We tried to go to Europe to race, but I was so tired. I ran a couple of races, but the times were embarrassing. They sent me home from Europe. By the time I go to the Games, I was beyond exhausted. I wanted to go home right after my race, but J.J was there as one of the coaches, and he convinced me to stay. After all, the Olympics is an amazing experience, and you can't take it for granted. The thing I really learned from that season is that you can't force things. Sometimes you've got to let things happen, and trust the training.

TR: You're currently ranked #2 in the U.S (with your 2:00.09 clocking from the Reebok Grand Prix meet), behind Anna Willard, who is not running the 800, and just ahead of Maggie Vessey, who had a breakthrough run at Pre, clocking 2:00.18. Other than Vessey, who do you see as your main rivals at the U.S Championships next week?

HC: I don't see any rivals at the US Champs. I mean, I don't really think about anyone else. I don't really spend much time looking at the lists to see who has run what. I believe ignorance is bliss! If you're going to beat me, you're going beat me running hard all the way. Like in last years' Olympic Trials, I went out hard - and maybe 55-mid was too hard - and I died in the last 50, but I died less than anyone else. It's not a secret, how I race. I've been racing that way for years.

TR: Do you intend to keep through 2012, with a view to making your 4th Olympic team in London?

HC: Yes, definitely. Making a fourth Olympic team would be really exciting. Joetta & Jearl carried on racing at a high level until their late thirties, and Jearl into her forties. I don't know if racing when I'm 40 is in the cards for me. We'll see. I'd like to run the 2012 Games in London, and then have a baby.

TR: Of the top 30 all-time performances in the women's 800m, 20 of those marks, including the current world record of 1:53.28 (by Jarmila Kratochvilova (right)) are by Eastern European runners in the '70s and '80s, many of whom were part of a systematic doping regime. What do you think is the fastest drug-free time ever recorded?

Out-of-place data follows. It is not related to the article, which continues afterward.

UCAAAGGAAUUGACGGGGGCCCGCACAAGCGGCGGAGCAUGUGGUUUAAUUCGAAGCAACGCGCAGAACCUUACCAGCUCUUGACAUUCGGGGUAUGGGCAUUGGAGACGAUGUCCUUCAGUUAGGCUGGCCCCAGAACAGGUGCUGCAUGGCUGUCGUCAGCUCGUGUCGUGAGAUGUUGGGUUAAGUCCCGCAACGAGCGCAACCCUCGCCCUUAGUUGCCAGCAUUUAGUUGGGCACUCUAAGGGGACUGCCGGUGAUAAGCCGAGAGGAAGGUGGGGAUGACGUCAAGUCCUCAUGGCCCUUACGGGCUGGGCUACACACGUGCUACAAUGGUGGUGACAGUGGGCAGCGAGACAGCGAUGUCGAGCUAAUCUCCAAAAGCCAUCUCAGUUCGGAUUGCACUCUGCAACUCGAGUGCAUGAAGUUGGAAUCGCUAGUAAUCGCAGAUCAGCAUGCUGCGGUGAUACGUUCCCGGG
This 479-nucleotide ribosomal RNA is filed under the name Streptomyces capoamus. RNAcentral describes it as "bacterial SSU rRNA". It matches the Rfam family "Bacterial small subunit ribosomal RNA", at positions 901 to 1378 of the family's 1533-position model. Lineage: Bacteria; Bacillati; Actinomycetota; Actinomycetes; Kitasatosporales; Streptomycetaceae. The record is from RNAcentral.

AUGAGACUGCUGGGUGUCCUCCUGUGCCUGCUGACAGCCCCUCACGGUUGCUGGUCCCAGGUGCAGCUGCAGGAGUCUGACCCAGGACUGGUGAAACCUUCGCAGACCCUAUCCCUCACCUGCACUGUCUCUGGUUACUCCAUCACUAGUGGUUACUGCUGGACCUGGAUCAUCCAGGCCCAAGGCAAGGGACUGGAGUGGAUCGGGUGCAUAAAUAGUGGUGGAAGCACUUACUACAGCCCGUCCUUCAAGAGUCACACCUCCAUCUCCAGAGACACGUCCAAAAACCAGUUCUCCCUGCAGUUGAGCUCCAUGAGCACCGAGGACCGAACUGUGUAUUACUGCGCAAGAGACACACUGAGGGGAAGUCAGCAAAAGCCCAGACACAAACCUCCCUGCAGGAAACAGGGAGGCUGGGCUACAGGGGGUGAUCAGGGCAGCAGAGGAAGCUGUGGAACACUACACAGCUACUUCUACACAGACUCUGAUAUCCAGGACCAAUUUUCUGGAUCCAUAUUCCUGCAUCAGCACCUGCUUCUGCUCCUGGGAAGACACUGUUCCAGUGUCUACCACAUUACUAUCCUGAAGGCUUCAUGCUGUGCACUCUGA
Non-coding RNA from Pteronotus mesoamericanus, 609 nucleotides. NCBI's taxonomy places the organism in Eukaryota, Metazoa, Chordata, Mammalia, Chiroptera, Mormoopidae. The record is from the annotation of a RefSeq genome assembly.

HC: Maria Mutola, and then my sister, Jearl (who holds the U.S record at 1:56.42). Maria and Jearl were both consistent year-in year-out. The runners that are doping tend to be down one year and then way up the next. It makes me angry that there are so many people doping and that those times still count. I know that all the people in my camp do things the right way, and they are my role models. I think it's more important to be able to look yourself in the mirror and know you did all you could do as a clean athlete, that win a gold medal at all costs.

TR: What would you say is your greatest strength as a middle-distance runner? And what is your biggest weakness?

HC: I can carry a lot of pain. I can go out hard, knowing its going to hurt, but I can still run efficiently even when I'm hurting and my body seems to be good at clearing lactic acid. The weaknesses are in my mind. Sometimes, like at Nationals last year, I force things and tighten up.

TR: How often does your chihuahua, Pluto, run with you?

HC: (laughs) He just does my warm-up jog with me before track workouts. I used to run a little further with him, but I heard it was bad for his hips, so I stopped.

TR: For someone that has never raced an 800, try to describe how someone at your level feels, physically and emotionally as the race unfolds.

HC: Well, when you're standing on the line, you feel nervous, queasy almost. Sometimes that uneasiness makes you shake. And then the gun goes off, you take off, and all that unease goes oit of the window, as you focus on the race. The real race starts at 600 meters. Before that, things are controlled, but in that last 200, you're just focusing on your form not breaking down, and just trying to get to the finish line.

TR: If you could offer one pearl of wisdom to an aspiring young 800-meter runner, what would it be?

HC: Run the third 200 hard. Don't back off, expecting to kick it in the last 200. If you run the third 200 well, you'll put yourself in postion to finish well.

TR: Hazel, good luck in Eugene.

HC: Thank you.